Narcissists – From Merely Annoying To Devastating


The devising of folly is sin,
And the scoffer is an abomination to men. 

Proverbs 24:9


To quickly review, “scoffer” is one of the Biblical terms used to label what the secular world calls a narcissist.  The modern secular terms also include narcissistic personality disorder (implying a higher degree of “bad”) and malignant narcissism (signifying the highest degree of “bad”), while previous generations used phrases like “delusions of grandeur” and “megalomania”.  As discussed in the book based on this blog:

  1. The biblical terms are actually more precise than the secular terms
  2. While the psychology and pop-psychology communities attempt to define the degree of narcissism which rises to the level of “personality disorder” or “malignancy”, the cutoff lines are arbitrary.  It is a continuum of insolent of pride, ranging from a little to total, 100 percent, non-stop self-obsession which dominates every thought.

While malignant narcissism is shorthand for the more extreme form, all narcissism is malignant – to a degree.  A narcissist’s self-centered, self-aggrandizing, “me first-and-only”, “I’m never wrong” heart is intent on benefitting themselves with no thought of you, so that their gain typically comes at some cost to you.  This could result in annoyances – like their hogging a conversation, or telling obvious lies to puff themselves up – to flattering you in order to extract something from you – to outright stealing, lying, cheating and stabbing you in the back.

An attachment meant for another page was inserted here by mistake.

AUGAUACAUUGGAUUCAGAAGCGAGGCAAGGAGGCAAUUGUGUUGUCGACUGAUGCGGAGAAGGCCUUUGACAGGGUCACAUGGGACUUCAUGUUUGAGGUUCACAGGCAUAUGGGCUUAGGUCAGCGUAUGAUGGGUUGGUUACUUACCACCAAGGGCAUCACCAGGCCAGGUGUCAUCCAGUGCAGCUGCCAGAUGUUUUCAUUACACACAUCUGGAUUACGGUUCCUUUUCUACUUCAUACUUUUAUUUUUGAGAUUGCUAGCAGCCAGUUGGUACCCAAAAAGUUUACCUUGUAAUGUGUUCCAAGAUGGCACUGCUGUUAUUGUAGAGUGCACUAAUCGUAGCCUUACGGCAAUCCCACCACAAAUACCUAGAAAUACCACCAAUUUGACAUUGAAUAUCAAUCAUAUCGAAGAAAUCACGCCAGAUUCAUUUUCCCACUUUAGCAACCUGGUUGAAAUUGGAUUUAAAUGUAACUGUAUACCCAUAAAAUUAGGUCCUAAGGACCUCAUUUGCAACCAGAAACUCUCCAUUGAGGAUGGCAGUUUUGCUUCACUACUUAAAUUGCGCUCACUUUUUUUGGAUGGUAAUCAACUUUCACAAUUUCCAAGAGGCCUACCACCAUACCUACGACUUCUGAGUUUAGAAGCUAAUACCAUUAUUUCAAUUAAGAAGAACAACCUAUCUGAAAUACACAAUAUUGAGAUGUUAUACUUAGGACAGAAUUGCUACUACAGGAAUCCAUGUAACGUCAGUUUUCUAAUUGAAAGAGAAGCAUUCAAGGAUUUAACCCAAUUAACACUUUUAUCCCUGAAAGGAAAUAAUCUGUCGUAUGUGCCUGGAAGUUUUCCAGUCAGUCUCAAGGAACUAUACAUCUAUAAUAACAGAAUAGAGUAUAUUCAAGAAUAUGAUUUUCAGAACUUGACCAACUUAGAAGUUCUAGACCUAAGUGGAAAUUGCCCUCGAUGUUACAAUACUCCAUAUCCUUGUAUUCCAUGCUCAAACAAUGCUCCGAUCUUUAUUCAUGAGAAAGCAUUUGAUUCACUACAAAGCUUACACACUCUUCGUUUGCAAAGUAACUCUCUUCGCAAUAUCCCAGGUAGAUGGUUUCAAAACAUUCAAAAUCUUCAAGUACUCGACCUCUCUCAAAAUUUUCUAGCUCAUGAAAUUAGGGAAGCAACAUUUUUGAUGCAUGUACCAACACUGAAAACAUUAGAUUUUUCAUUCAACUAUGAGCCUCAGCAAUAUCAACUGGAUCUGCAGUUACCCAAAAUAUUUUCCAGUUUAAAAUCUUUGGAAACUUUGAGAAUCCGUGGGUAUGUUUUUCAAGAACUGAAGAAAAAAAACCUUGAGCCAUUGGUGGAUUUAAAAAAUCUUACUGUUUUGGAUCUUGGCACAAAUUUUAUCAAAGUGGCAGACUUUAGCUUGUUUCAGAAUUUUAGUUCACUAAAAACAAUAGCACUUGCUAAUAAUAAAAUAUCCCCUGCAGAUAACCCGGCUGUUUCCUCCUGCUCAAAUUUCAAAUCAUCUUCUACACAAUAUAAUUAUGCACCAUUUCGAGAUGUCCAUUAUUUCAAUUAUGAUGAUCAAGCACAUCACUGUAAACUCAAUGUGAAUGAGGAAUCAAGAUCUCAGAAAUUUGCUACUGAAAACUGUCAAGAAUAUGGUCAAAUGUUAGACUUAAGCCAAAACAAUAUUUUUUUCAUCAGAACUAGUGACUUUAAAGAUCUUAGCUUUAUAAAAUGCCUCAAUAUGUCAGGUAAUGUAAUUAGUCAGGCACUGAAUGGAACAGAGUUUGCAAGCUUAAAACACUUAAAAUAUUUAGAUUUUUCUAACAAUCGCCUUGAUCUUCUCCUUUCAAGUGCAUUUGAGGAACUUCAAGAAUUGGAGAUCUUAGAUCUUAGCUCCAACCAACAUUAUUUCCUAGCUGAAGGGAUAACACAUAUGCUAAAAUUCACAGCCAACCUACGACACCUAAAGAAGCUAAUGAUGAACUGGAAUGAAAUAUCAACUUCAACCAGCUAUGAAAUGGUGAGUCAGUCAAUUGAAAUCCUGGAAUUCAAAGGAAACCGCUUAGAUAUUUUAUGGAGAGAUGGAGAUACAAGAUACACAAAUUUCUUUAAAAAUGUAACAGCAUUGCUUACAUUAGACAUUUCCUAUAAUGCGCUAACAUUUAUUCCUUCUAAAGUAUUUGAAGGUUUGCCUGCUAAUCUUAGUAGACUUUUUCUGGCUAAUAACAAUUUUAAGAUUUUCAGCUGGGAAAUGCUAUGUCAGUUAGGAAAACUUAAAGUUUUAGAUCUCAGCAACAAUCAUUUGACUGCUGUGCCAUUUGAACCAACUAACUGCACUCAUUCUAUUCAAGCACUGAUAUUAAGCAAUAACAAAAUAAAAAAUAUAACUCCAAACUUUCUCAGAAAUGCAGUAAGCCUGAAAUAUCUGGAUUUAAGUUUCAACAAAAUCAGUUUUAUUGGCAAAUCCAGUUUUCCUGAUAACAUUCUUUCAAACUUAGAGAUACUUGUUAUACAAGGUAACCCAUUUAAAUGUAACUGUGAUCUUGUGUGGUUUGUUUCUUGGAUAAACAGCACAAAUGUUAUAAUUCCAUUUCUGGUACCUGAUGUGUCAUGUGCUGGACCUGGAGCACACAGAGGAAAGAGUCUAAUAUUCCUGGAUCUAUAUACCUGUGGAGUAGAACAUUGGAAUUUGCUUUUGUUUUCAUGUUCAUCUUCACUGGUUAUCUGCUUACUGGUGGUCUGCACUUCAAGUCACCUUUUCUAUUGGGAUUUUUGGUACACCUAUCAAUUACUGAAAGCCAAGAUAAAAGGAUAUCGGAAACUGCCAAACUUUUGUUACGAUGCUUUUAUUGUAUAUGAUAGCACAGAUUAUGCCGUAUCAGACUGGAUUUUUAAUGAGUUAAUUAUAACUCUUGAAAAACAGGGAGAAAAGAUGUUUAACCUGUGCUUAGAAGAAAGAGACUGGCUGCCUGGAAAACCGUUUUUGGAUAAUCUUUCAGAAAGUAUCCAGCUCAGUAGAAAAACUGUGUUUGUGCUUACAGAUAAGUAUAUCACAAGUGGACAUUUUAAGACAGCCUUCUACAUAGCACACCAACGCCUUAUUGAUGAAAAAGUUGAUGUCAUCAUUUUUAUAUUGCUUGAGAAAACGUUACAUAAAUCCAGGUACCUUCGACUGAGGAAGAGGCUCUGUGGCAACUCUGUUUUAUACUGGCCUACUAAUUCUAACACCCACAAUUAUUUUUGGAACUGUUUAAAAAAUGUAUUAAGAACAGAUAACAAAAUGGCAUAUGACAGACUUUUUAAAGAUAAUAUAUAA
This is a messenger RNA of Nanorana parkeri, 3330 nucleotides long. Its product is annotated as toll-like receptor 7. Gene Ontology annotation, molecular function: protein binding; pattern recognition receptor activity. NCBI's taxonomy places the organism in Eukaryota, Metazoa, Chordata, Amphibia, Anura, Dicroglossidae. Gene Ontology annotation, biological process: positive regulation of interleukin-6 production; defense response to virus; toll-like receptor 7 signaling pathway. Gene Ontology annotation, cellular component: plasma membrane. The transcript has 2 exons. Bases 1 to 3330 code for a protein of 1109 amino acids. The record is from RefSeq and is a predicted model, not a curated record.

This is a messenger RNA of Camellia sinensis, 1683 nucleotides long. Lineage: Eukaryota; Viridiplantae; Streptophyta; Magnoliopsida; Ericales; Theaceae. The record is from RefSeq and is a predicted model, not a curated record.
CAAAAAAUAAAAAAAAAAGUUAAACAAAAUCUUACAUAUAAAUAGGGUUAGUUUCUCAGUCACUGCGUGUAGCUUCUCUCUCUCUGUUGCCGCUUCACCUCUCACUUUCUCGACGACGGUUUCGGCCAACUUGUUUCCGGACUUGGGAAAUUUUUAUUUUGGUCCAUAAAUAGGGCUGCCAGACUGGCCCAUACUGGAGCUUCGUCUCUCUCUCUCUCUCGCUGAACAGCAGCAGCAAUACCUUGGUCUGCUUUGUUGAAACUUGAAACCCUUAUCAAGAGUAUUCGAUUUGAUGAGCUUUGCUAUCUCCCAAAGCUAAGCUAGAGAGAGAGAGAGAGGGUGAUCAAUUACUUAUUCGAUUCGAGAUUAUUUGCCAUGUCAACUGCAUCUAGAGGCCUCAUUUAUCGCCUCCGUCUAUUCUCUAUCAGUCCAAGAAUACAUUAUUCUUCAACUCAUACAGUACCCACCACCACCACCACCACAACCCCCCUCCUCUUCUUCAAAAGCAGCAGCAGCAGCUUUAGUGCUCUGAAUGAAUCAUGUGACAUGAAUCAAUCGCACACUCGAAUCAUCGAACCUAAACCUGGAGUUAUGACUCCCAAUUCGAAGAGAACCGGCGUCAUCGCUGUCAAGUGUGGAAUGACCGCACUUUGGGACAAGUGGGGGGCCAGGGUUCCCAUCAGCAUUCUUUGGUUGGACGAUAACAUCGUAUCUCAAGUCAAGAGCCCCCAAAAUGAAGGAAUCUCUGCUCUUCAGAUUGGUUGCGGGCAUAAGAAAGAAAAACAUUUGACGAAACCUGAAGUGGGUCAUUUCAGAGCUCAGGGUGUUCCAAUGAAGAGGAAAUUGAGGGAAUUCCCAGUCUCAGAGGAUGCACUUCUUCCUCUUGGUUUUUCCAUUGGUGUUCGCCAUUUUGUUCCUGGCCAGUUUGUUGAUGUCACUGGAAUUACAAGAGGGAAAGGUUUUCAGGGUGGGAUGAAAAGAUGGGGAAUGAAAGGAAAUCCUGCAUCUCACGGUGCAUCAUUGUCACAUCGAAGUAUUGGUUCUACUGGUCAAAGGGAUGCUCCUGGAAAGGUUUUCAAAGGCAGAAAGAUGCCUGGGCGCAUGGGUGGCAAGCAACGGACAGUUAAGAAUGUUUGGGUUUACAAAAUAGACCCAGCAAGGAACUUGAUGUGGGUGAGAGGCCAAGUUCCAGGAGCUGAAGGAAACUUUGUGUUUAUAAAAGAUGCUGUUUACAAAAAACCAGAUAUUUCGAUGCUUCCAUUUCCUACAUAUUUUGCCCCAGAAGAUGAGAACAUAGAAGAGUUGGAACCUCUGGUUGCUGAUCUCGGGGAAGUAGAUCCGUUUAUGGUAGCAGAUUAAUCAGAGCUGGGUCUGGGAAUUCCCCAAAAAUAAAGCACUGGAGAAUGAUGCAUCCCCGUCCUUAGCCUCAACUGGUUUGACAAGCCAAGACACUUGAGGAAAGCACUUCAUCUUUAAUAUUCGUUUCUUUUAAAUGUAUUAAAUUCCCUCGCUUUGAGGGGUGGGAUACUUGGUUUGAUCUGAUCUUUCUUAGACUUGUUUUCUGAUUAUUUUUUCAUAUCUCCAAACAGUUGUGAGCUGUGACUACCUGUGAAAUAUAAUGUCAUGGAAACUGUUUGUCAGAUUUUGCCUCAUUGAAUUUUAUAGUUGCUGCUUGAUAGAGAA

As Proverbs 24:9 says, all scoffers are “an abomination”.  The Hebrew word is “toebah”   meaning detestable or loathsome.  You really hate what they do.  And not just you – everyone who sees past their fake charm and flattery.  The level of loathing is a function of:

      1. the degree of their treachery in achieving their self-exalting aims,
      2. the depth of your relationship
      3. how deeply you are affected by it.

Being denied a promotion because of a backstabbing narcissistic coworker is far different than being annoyed by a relative stranger inflating and bragging about one of their “accomplishments”.

All narcissism is malignant – to a degree.  Pride is on a continuum, and while the secular world of psychology tries to make a clinical distinction between “not too much” (not NPD) and “too much” (NPD), that distinction is arbitrary and is in the eye of the one affected.



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